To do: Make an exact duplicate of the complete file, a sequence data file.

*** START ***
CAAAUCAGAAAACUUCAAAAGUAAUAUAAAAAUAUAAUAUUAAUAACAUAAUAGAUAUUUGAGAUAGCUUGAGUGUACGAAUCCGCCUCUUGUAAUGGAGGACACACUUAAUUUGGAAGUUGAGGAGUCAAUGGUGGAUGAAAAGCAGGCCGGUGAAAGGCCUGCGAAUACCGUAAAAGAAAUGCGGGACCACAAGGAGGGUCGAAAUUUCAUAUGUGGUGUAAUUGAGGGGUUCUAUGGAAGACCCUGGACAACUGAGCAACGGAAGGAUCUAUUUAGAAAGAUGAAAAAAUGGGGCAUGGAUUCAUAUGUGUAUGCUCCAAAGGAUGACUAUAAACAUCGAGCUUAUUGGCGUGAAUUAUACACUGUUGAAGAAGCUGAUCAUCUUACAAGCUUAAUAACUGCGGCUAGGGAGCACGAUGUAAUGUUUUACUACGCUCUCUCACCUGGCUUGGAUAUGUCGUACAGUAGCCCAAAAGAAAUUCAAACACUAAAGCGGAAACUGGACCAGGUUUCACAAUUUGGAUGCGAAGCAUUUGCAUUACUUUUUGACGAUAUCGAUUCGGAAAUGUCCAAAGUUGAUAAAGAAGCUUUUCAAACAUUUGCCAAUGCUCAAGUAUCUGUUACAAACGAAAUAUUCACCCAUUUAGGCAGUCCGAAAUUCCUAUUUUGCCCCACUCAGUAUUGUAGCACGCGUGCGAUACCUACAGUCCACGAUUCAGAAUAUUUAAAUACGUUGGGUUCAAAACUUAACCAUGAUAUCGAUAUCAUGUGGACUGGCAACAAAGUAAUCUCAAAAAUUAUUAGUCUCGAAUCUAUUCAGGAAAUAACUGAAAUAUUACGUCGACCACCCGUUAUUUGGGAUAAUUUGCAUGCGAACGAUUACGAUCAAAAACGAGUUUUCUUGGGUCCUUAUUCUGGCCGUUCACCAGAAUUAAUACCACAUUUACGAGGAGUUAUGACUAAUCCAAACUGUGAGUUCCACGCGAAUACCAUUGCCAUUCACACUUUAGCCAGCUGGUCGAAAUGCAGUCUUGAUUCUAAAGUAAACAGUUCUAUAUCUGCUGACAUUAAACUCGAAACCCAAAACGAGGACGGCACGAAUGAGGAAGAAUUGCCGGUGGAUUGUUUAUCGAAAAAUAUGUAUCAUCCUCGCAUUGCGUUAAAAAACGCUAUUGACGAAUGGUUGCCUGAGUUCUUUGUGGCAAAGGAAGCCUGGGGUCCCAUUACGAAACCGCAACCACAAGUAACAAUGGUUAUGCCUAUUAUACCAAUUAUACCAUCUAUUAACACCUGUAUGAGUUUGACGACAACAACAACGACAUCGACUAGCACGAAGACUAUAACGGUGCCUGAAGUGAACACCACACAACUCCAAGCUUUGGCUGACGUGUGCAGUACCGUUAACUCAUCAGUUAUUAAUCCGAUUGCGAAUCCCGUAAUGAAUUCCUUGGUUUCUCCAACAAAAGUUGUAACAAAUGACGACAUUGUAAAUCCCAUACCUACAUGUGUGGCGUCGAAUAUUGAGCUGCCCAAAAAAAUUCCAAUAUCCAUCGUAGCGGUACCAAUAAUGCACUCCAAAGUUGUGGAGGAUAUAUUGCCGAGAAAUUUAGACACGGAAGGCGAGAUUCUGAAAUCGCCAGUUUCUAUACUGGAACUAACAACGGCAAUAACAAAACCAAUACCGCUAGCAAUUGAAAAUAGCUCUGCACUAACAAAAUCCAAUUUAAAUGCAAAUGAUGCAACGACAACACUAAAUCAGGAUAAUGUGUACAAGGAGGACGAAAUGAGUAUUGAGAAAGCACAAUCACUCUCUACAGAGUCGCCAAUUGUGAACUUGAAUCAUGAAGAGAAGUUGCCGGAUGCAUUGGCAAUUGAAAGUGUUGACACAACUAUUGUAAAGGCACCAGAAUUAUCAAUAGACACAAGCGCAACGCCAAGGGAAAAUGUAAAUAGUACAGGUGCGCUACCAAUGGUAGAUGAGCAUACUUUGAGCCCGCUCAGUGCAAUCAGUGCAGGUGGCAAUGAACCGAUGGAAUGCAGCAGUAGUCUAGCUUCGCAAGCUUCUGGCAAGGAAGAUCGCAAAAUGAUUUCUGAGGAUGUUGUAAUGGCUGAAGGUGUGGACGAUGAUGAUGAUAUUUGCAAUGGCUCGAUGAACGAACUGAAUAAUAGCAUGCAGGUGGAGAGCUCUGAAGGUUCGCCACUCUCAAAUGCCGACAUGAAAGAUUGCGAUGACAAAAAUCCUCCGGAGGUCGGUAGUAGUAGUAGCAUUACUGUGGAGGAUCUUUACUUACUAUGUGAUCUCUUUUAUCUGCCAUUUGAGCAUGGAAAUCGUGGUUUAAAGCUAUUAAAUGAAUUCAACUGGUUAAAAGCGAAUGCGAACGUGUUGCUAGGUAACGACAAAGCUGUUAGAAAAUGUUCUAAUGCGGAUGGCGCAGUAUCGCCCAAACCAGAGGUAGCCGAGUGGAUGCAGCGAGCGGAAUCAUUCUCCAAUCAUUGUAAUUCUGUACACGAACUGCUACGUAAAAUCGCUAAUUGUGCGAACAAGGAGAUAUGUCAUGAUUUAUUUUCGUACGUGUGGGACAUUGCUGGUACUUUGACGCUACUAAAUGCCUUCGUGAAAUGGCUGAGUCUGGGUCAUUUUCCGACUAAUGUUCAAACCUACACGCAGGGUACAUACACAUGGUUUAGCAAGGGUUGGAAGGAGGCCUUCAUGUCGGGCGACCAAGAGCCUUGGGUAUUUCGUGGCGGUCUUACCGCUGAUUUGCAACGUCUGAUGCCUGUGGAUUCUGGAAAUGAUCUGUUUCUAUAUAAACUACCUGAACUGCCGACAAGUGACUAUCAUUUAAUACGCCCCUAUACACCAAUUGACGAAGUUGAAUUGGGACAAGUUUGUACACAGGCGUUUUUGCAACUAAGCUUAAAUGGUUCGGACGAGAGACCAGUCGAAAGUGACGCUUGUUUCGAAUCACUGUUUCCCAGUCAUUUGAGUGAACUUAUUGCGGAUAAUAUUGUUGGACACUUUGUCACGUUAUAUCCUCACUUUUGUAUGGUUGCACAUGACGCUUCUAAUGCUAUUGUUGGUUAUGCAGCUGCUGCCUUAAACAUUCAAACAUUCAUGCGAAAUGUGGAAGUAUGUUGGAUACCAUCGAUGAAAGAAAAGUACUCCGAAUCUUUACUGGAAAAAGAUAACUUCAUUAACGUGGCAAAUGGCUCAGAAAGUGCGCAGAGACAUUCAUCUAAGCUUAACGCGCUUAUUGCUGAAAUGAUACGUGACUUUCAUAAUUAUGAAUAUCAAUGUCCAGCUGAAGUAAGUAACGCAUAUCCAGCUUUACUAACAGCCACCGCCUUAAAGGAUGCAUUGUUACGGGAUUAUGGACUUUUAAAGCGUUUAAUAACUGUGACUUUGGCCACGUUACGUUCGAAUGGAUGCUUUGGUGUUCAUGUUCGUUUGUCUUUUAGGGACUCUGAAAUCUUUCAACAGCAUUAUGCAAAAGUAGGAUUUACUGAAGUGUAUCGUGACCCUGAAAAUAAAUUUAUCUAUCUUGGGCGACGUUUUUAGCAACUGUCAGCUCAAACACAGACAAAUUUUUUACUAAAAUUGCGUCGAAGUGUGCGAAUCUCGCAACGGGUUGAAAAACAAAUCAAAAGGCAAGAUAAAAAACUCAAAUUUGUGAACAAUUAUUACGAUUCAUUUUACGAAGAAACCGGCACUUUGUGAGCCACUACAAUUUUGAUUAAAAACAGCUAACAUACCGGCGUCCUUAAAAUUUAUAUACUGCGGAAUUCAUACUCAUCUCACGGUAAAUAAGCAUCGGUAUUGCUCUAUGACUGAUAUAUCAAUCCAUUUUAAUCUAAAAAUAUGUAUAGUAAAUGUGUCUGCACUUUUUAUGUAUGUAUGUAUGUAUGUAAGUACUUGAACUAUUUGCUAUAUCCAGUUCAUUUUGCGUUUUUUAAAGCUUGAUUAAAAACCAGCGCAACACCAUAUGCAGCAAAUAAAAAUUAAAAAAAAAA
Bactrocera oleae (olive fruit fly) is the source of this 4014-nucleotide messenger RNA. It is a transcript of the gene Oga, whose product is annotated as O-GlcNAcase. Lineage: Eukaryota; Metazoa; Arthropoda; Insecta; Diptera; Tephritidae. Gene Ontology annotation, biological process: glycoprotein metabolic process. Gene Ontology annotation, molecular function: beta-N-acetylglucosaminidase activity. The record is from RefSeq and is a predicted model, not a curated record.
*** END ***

CAAAUCAGAAAACUUCAAAAGUAAUAUAAAAAUAUAAUAUUAAUAACAUAAUAGAUAUUUGAGAUAGCUUGAGUGUACGAAUCCGCCUCUUGUAAUGGAGGACACACUUAAUUUGGAAGUUGAGGAGUCAAUGGUGGAUGAAAAGCAGGCCGGUGAAAGGCCUGCGAAUACCGUAAAAGAAAUGCGGGACCACAAGGAGGGUCGAAAUUUCAUAUGUGGUGUAAUUGAGGGGUUCUAUGGAAGACCCUGGACAACUGAGCAACGGAAGGAUCUAUUUAGAAAGAUGAAAAAAUGGGGCAUGGAUUCAUAUGUGUAUGCUCCAAAGGAUGACUAUAAACAUCGAGCUUAUUGGCGUGAAUUAUACACUGUUGAAGAAGCUGAUCAUCUUACAAGCUUAAUAACUGCGGCUAGGGAGCACGAUGUAAUGUUUUACUACGCUCUCUCACCUGGCUUGGAUAUGUCGUACAGUAGCCCAAAAGAAAUUCAAACACUAAAGCGGAAACUGGACCAGGUUUCACAAUUUGGAUGCGAAGCAUUUGCAUUACUUUUUGACGAUAUCGAUUCGGAAAUGUCCAAAGUUGAUAAAGAAGCUUUUCAAACAUUUGCCAAUGCUCAAGUAUCUGUUACAAACGAAAUAUUCACCCAUUUAGGCAGUCCGAAAUUCCUAUUUUGCCCCACUCAGUAUUGUAGCACGCGUGCGAUACCUACAGUCCACGAUUCAGAAUAUUUAAAUACGUUGGGUUCAAAACUUAACCAUGAUAUCGAUAUCAUGUGGACUGGCAACAAAGUAAUCUCAAAAAUUAUUAGUCUCGAAUCUAUUCAGGAAAUAACUGAAAUAUUACGUCGACCACCCGUUAUUUGGGAUAAUUUGCAUGCGAACGAUUACGAUCAAAAACGAGUUUUCUUGGGUCCUUAUUCUGGCCGUUCACCAGAAUUAAUACCACAUUUACGAGGAGUUAUGACUAAUCCAAACUGUGAGUUCCACGCGAAUACCAUUGCCAUUCACACUUUAGCCAGCUGGUCGAAAUGCAGUCUUGAUUCUAAAGUAAACAGUUCUAUAUCUGCUGACAUUAAACUCGAAACCCAAAACGAGGACGGCACGAAUGAGGAAGAAUUGCCGGUGGAUUGUUUAUCGAAAAAUAUGUAUCAUCCUCGCAUUGCGUUAAAAAACGCUAUUGACGAAUGGUUGCCUGAGUUCUUUGUGGCAAAGGAAGCCUGGGGUCCCAUUACGAAACCGCAACCACAAGUAACAAUGGUUAUGCCUAUUAUACCAAUUAUACCAUCUAUUAACACCUGUAUGAGUUUGACGACAACAACAACGACAUCGACUAGCACGAAGACUAUAACGGUGCCUGAAGUGAACACCACACAACUCCAAGCUUUGGCUGACGUGUGCAGUACCGUUAACUCAUCAGUUAUUAAUCCGAUUGCGAAUCCCGUAAUGAAUUCCUUGGUUUCUCCAACAAAAGUUGUAACAAAUGACGACAUUGUAAAUCCCAUACCUACAUGUGUGGCGUCGAAUAUUGAGCUGCCCAAAAAAAUUCCAAUAUCCAUCGUAGCGGUACCAAUAAUGCACUCCAAAGUUGUGGAGGAUAUAUUGCCGAGAAAUUUAGACACGGAAGGCGAGAUUCUGAAAUCGCCAGUUUCUAUACUGGAACUAACAACGGCAAUAACAAAACCAAUACCGCUAGCAAUUGAAAAUAGCUCUGCACUAACAAAAUCCAAUUUAAAUGCAAAUGAUGCAACGACAACACUAAAUCAGGAUAAUGUGUACAAGGAGGACGAAAUGAGUAUUGAGAAAGCACAAUCACUCUCUACAGAGUCGCCAAUUGUGAACUUGAAUCAUGAAGAGAAGUUGCCGGAUGCAUUGGCAAUUGAAAGUGUUGACACAACUAUUGUAAAGGCACCAGAAUUAUCAAUAGACACAAGCGCAACGCCAAGGGAAAAUGUAAAUAGUACAGGUGCGCUACCAAUGGUAGAUGAGCAUACUUUGAGCCCGCUCAGUGCAAUCAGUGCAGGUGGCAAUGAACCGAUGGAAUGCAGCAGUAGUCUAGCUUCGCAAGCUUCUGGCAAGGAAGAUCGCAAAAUGAUUUCUGAGGAUGUUGUAAUGGCUGAAGGUGUGGACGAUGAUGAUGAUAUUUGCAAUGGCUCGAUGAACGAACUGAAUAAUAGCAUGCAGGUGGAGAGCUCUGAAGGUUCGCCACUCUCAAAUGCCGACAUGAAAGAUUGCGAUGACAAAAAUCCUCCGGAGGUCGGUAGUAGUAGUAGCAUUACUGUGGAGGAUCUUUACUUACUAUGUGAUCUCUUUUAUCUGCCAUUUGAGCAUGGAAAUCGUGGUUUAAAGCUAUUAAAUGAAUUCAACUGGUUAAAAGCGAAUGCGAACGUGUUGCUAGGUAACGACAAAGCUGUUAGAAAAUGUUCUAAUGCGGAUGGCGCAGUAUCGCCCAAACCAGAGGUAGCCGAGUGGAUGCAGCGAGCGGAAUCAUUCUCCAAUCAUUGUAAUUCUGUACACGAACUGCUACGUAAAAUCGCUAAUUGUGCGAACAAGGAGAUAUGUCAUGAUUUAUUUUCGUACGUGUGGGACAUUGCUGGUACUUUGACGCUACUAAAUGCCUUCGUGAAAUGGCUGAGUCUGGGUCAUUUUCCGACUAAUGUUCAAACCUACACGCAGGGUACAUACACAUGGUUUAGCAAGGGUUGGAAGGAGGCCUUCAUGUCGGGCGACCAAGAGCCUUGGGUAUUUCGUGGCGGUCUUACCGCUGAUUUGCAACGUCUGAUGCCUGUGGAUUCUGGAAAUGAUCUGUUUCUAUAUAAACUACCUGAACUGCCGACAAGUGACUAUCAUUUAAUACGCCCCUAUACACCAAUUGACGAAGUUGAAUUGGGACAAGUUUGUACACAGGCGUUUUUGCAACUAAGCUUAAAUGGUUCGGACGAGAGACCAGUCGAAAGUGACGCUUGUUUCGAAUCACUGUUUCCCAGUCAUUUGAGUGAACUUAUUGCGGAUAAUAUUGUUGGACACUUUGUCACGUUAUAUCCUCACUUUUGUAUGGUUGCACAUGACGCUUCUAAUGCUAUUGUUGGUUAUGCAGCUGCUGCCUUAAACAUUCAAACAUUCAUGCGAAAUGUGGAAGUAUGUUGGAUACCAUCGAUGAAAGAAAAGUACUCCGAAUCUUUACUGGAAAAAGAUAACUUCAUUAACGUGGCAAAUGGCUCAGAAAGUGCGCAGAGACAUUCAUCUAAGCUUAACGCGCUUAUUGCUGAAAUGAUACGUGACUUUCAUAAUUAUGAAUAUCAAUGUCCAGCUGAAGUAAGUAACGCAUAUCCAGCUUUACUAACAGCCACCGCCUUAAAGGAUGCAUUGUUACGGGAUUAUGGACUUUUAAAGCGUUUAAUAACUGUGACUUUGGCCACGUUACGUUCGAAUGGAUGCUUUGGUGUUCAUGUUCGUUUGUCUUUUAGGGACUCUGAAAUCUUUCAACAGCAUUAUGCAAAAGUAGGAUUUACUGAAGUGUAUCGUGACCCUGAAAAUAAAUUUAUCUAUCUUGGGCGACGUUUUUAGCAACUGUCAGCUCAAACACAGACAAAUUUUUUACUAAAAUUGCGUCGAAGUGUGCGAAUCUCGCAACGGGUUGAAAAACAAAUCAAAAGGCAAGAUAAAAAACUCAAAUUUGUGAACAAUUAUUACGAUUCAUUUUACGAAGAAACCGGCACUUUGUGAGCCACUACAAUUUUGAUUAAAAACAGCUAACAUACCGGCGUCCUUAAAAUUUAUAUACUGCGGAAUUCAUACUCAUCUCACGGUAAAUAAGCAUCGGUAUUGCUCUAUGACUGAUAUAUCAAUCCAUUUUAAUCUAAAAAUAUGUAUAGUAAAUGUGUCUGCACUUUUUAUGUAUGUAUGUAUGUAUGUAAGUACUUGAACUAUUUGCUAUAUCCAGUUCAUUUUGCGUUUUUUAAAGCUUGAUUAAAAACCAGCGCAACACCAUAUGCAGCAAAUAAAAAUUAAAAAAAAAA
Bactrocera oleae (olive fruit fly) is the source of this 4014-nucleotide messenger RNA. It is a transcript of the gene Oga, whose product is annotated as O-GlcNAcase. Lineage: Eukaryota; Metazoa; Arthropoda; Insecta; Diptera; Tephritidae. Gene Ontology annotation, biological process: glycoprotein metabolic process. Gene Ontology annotation, molecular function: beta-N-acetylglucosaminidase activity. The record is from RefSeq and is a predicted model, not a curated record.